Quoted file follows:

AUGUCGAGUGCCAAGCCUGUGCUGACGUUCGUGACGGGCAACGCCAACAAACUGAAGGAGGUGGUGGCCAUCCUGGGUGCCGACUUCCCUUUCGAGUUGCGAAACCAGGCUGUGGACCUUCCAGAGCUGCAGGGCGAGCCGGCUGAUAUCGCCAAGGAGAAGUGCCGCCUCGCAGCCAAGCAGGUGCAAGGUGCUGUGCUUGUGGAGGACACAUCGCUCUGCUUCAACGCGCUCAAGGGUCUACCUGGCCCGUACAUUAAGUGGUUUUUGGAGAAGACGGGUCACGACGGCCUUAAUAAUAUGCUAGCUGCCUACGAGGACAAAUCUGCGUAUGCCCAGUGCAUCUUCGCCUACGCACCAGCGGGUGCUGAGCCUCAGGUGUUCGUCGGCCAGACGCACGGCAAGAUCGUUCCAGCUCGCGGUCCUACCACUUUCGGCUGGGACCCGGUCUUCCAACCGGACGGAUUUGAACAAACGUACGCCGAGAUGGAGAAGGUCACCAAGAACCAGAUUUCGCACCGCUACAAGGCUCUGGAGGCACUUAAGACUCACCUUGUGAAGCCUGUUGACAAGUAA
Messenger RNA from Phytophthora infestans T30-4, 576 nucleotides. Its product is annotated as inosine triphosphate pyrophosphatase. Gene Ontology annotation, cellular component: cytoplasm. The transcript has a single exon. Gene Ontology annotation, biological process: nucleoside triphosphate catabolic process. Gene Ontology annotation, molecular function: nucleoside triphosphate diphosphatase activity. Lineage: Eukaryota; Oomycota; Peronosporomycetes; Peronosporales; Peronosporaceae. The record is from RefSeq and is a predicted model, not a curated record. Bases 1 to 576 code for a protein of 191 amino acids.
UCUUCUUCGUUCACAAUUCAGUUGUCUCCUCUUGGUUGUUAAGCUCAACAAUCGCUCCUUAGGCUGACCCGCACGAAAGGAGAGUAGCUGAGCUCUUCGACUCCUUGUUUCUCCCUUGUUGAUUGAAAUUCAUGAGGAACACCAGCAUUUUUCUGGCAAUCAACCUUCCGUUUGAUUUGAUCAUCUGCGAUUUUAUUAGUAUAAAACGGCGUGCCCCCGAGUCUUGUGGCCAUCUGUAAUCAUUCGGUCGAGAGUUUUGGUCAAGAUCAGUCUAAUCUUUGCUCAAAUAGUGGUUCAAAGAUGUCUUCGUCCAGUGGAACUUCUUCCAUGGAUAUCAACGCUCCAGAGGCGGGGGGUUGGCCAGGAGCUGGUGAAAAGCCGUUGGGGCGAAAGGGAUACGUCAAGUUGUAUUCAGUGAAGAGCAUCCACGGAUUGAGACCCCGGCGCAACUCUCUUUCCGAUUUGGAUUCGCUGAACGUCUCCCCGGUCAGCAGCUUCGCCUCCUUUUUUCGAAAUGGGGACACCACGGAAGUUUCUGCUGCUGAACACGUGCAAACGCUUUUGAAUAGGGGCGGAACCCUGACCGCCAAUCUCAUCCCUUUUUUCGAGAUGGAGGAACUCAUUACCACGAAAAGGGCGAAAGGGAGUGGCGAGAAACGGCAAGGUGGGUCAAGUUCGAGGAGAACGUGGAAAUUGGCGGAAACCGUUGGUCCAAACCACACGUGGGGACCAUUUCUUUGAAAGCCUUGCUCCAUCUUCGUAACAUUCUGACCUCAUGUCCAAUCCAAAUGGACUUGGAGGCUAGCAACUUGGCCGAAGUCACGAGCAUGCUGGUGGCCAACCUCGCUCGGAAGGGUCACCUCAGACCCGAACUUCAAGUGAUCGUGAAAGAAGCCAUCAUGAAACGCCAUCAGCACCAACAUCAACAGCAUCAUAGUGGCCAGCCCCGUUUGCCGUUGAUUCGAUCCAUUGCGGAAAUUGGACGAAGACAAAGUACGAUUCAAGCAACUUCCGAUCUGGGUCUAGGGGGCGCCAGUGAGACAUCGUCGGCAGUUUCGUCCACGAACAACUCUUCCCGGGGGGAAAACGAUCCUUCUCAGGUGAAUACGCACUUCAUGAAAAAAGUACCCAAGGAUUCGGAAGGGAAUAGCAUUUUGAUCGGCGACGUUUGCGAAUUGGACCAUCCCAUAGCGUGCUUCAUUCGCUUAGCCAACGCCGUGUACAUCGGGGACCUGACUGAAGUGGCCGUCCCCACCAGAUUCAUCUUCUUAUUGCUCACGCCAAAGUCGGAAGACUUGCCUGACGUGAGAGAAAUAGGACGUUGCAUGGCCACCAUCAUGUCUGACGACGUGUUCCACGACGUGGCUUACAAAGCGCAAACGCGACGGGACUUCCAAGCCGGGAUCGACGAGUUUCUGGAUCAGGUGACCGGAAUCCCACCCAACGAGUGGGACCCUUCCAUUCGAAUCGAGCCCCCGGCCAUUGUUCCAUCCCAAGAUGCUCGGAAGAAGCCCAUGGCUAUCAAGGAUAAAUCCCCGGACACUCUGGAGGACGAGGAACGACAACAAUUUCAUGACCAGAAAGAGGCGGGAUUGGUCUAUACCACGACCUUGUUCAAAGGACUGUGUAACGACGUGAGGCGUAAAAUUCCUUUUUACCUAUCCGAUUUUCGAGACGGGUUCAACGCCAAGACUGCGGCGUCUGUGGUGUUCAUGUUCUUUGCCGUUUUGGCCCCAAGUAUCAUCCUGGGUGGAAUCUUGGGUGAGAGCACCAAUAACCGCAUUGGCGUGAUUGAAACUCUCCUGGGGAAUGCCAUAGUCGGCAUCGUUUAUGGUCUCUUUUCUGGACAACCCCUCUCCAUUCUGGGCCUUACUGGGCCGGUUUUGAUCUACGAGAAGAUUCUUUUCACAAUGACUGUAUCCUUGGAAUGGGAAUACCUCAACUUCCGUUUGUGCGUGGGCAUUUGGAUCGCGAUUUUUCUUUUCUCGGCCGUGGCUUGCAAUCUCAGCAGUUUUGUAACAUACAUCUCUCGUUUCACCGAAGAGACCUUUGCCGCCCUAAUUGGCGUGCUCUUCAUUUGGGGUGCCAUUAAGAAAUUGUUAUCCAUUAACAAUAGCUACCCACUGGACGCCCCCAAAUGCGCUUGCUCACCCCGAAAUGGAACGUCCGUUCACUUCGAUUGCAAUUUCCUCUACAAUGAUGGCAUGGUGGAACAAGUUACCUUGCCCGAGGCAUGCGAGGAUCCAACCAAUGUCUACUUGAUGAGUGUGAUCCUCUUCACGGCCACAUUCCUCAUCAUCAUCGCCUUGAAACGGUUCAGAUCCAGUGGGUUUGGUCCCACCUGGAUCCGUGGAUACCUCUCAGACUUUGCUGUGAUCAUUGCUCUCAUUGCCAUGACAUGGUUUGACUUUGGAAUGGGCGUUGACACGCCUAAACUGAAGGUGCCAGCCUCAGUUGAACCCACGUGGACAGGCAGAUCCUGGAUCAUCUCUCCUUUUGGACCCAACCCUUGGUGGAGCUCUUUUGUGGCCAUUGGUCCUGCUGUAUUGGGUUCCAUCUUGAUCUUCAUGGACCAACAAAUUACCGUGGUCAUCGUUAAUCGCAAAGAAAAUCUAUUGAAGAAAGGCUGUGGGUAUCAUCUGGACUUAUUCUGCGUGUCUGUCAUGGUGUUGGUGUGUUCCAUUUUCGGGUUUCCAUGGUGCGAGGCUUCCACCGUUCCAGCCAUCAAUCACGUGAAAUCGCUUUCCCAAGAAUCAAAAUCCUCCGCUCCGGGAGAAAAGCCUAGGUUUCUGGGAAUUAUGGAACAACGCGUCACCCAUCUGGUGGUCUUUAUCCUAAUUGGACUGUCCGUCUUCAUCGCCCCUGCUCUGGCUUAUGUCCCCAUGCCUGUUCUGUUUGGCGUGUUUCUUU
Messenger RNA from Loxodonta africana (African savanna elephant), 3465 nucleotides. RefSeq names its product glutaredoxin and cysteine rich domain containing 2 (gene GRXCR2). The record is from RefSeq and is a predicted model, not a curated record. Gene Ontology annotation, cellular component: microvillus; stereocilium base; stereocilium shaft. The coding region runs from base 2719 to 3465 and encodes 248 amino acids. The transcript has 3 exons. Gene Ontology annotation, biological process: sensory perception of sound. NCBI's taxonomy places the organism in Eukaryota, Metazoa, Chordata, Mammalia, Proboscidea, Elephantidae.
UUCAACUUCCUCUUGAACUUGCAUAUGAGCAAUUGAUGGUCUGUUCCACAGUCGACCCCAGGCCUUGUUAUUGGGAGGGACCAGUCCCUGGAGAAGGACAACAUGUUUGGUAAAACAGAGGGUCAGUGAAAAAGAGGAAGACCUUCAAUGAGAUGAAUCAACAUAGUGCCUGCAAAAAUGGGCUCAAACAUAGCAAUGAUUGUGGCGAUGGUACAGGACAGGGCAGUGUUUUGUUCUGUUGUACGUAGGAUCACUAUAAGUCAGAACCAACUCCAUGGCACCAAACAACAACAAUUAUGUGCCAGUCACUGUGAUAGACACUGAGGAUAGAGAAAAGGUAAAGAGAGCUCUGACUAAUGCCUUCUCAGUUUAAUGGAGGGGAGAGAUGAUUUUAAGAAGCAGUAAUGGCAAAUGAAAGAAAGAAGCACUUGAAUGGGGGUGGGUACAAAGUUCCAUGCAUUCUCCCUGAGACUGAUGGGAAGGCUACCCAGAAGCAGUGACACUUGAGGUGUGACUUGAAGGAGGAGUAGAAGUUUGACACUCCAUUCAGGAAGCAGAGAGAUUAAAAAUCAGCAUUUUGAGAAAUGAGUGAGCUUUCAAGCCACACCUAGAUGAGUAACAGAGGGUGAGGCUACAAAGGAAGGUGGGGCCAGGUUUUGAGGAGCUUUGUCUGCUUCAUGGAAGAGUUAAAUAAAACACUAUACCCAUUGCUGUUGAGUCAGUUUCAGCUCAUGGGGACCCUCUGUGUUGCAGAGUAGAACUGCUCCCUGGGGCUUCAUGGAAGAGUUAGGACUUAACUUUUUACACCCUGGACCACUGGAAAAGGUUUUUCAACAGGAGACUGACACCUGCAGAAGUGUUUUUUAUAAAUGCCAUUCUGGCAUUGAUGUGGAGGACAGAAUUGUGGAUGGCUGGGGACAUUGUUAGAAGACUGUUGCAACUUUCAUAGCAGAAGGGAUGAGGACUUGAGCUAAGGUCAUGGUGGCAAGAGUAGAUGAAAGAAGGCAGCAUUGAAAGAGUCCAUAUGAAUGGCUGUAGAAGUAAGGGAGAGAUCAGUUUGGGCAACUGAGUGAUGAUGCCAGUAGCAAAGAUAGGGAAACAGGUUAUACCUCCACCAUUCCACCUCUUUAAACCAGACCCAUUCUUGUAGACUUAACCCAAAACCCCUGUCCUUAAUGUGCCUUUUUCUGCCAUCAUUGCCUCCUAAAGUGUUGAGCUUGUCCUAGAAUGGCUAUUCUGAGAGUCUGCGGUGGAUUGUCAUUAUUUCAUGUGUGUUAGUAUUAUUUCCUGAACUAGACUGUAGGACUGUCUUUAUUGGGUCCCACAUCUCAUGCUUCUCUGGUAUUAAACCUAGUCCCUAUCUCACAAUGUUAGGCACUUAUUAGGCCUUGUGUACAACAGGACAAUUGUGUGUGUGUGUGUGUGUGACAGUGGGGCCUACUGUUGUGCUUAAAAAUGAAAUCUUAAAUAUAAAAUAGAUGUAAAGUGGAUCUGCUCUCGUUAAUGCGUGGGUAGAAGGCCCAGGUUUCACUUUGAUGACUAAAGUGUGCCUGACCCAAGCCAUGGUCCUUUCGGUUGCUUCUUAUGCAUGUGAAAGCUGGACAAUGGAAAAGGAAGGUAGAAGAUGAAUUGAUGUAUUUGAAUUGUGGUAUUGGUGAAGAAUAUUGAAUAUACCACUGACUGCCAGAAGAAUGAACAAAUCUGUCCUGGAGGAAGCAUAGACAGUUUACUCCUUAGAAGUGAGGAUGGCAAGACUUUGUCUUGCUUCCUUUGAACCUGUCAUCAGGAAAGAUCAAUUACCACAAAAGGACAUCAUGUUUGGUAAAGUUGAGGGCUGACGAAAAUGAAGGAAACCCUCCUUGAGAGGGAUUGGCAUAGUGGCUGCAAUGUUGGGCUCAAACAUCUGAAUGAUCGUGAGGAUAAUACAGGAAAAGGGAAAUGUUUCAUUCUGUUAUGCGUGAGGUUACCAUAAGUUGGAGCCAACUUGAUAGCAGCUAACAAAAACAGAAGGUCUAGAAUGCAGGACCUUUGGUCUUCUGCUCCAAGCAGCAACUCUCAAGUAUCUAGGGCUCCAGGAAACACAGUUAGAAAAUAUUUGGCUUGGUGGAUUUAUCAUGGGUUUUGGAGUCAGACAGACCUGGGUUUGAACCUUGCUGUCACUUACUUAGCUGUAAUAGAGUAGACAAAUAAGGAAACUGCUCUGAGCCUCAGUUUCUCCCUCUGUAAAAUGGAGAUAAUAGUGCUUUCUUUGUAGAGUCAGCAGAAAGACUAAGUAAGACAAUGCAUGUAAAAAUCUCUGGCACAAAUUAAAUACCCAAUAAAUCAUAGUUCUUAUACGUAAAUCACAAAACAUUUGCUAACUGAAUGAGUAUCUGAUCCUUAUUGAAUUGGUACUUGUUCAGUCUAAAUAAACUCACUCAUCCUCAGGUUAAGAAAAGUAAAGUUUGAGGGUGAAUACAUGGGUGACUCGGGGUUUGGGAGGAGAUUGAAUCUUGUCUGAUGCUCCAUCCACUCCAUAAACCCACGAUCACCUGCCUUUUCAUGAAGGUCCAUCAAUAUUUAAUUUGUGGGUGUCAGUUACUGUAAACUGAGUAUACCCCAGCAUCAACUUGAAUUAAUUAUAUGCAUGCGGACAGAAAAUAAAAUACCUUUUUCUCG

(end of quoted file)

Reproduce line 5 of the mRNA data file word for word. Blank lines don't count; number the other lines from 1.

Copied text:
UUCAACUUCCUCUUGAACUUGCAUAUGAGCAAUUGAUGGUCUGUUCCACAGUCGACCCCAGGCCUUGUUAUUGGGAGGGACCAGUCCCUGGAGAAGGACAACAUGUUUGGUAAAACAGAGGGUCAGUGAAAAAGAGGAAGACCUUCAAUGAGAUGAAUCAACAUAGUGCCUGCAAAAAUGGGCUCAAACAUAGCAAUGAUUGUGGCGAUGGUACAGGACAGGGCAGUGUUUUGUUCUGUUGUACGUAGGAUCACUAUAAGUCAGAACCAACUCCAUGGCACCAAACAACAACAAUUAUGUGCCAGUCACUGUGAUAGACACUGAGGAUAGAGAAAAGGUAAAGAGAGCUCUGACUAAUGCCUUCUCAGUUUAAUGGAGGGGAGAGAUGAUUUUAAGAAGCAGUAAUGGCAAAUGAAAGAAAGAAGCACUUGAAUGGGGGUGGGUACAAAGUUCCAUGCAUUCUCCCUGAGACUGAUGGGAAGGCUACCCAGAAGCAGUGACACUUGAGGUGUGACUUGAAGGAGGAGUAGAAGUUUGACACUCCAUUCAGGAAGCAGAGAGAUUAAAAAUCAGCAUUUUGAGAAAUGAGUGAGCUUUCAAGCCACACCUAGAUGAGUAACAGAGGGUGAGGCUACAAAGGAAGGUGGGGCCAGGUUUUGAGGAGCUUUGUCUGCUUCAUGGAAGAGUUAAAUAAAACACUAUACCCAUUGCUGUUGAGUCAGUUUCAGCUCAUGGGGACCCUCUGUGUUGCAGAGUAGAACUGCUCCCUGGGGCUUCAUGGAAGAGUUAGGACUUAACUUUUUACACCCUGGACCACUGGAAAAGGUUUUUCAACAGGAGACUGACACCUGCAGAAGUGUUUUUUAUAAAUGCCAUUCUGGCAUUGAUGUGGAGGACAGAAUUGUGGAUGGCUGGGGACAUUGUUAGAAGACUGUUGCAACUUUCAUAGCAGAAGGGAUGAGGACUUGAGCUAAGGUCAUGGUGGCAAGAGUAGAUGAAAGAAGGCAGCAUUGAAAGAGUCCAUAUGAAUGGCUGUAGAAGUAAGGGAGAGAUCAGUUUGGGCAACUGAGUGAUGAUGCCAGUAGCAAAGAUAGGGAAACAGGUUAUACCUCCACCAUUCCACCUCUUUAAACCAGACCCAUUCUUGUAGACUUAACCCAAAACCCCUGUCCUUAAUGUGCCUUUUUCUGCCAUCAUUGCCUCCUAAAGUGUUGAGCUUGUCCUAGAAUGGCUAUUCUGAGAGUCUGCGGUGGAUUGUCAUUAUUUCAUGUGUGUUAGUAUUAUUUCCUGAACUAGACUGUAGGACUGUCUUUAUUGGGUCCCACAUCUCAUGCUUCUCUGGUAUUAAACCUAGUCCCUAUCUCACAAUGUUAGGCACUUAUUAGGCCUUGUGUACAACAGGACAAUUGUGUGUGUGUGUGUGUGUGACAGUGGGGCCUACUGUUGUGCUUAAAAAUGAAAUCUUAAAUAUAAAAUAGAUGUAAAGUGGAUCUGCUCUCGUUAAUGCGUGGGUAGAAGGCCCAGGUUUCACUUUGAUGACUAAAGUGUGCCUGACCCAAGCCAUGGUCCUUUCGGUUGCUUCUUAUGCAUGUGAAAGCUGGACAAUGGAAAAGGAAGGUAGAAGAUGAAUUGAUGUAUUUGAAUUGUGGUAUUGGUGAAGAAUAUUGAAUAUACCACUGACUGCCAGAAGAAUGAACAAAUCUGUCCUGGAGGAAGCAUAGACAGUUUACUCCUUAGAAGUGAGGAUGGCAAGACUUUGUCUUGCUUCCUUUGAACCUGUCAUCAGGAAAGAUCAAUUACCACAAAAGGACAUCAUGUUUGGUAAAGUUGAGGGCUGACGAAAAUGAAGGAAACCCUCCUUGAGAGGGAUUGGCAUAGUGGCUGCAAUGUUGGGCUCAAACAUCUGAAUGAUCGUGAGGAUAAUACAGGAAAAGGGAAAUGUUUCAUUCUGUUAUGCGUGAGGUUACCAUAAGUUGGAGCCAACUUGAUAGCAGCUAACAAAAACAGAAGGUCUAGAAUGCAGGACCUUUGGUCUUCUGCUCCAAGCAGCAACUCUCAAGUAUCUAGGGCUCCAGGAAACACAGUUAGAAAAUAUUUGGCUUGGUGGAUUUAUCAUGGGUUUUGGAGUCAGACAGACCUGGGUUUGAACCUUGCUGUCACUUACUUAGCUGUAAUAGAGUAGACAAAUAAGGAAACUGCUCUGAGCCUCAGUUUCUCCCUCUGUAAAAUGGAGAUAAUAGUGCUUUCUUUGUAGAGUCAGCAGAAAGACUAAGUAAGACAAUGCAUGUAAAAAUCUCUGGCACAAAUUAAAUACCCAAUAAAUCAUAGUUCUUAUACGUAAAUCACAAAACAUUUGCUAACUGAAUGAGUAUCUGAUCCUUAUUGAAUUGGUACUUGUUCAGUCUAAAUAAACUCACUCAUCCUCAGGUUAAGAAAAGUAAAGUUUGAGGGUGAAUACAUGGGUGACUCGGGGUUUGGGAGGAGAUUGAAUCUUGUCUGAUGCUCCAUCCACUCCAUAAACCCACGAUCACCUGCCUUUUCAUGAAGGUCCAUCAAUAUUUAAUUUGUGGGUGUCAGUUACUGUAAACUGAGUAUACCCCAGCAUCAACUUGAAUUAAUUAUAUGCAUGCGGACAGAAAAUAAAAUACCUUUUUCUCG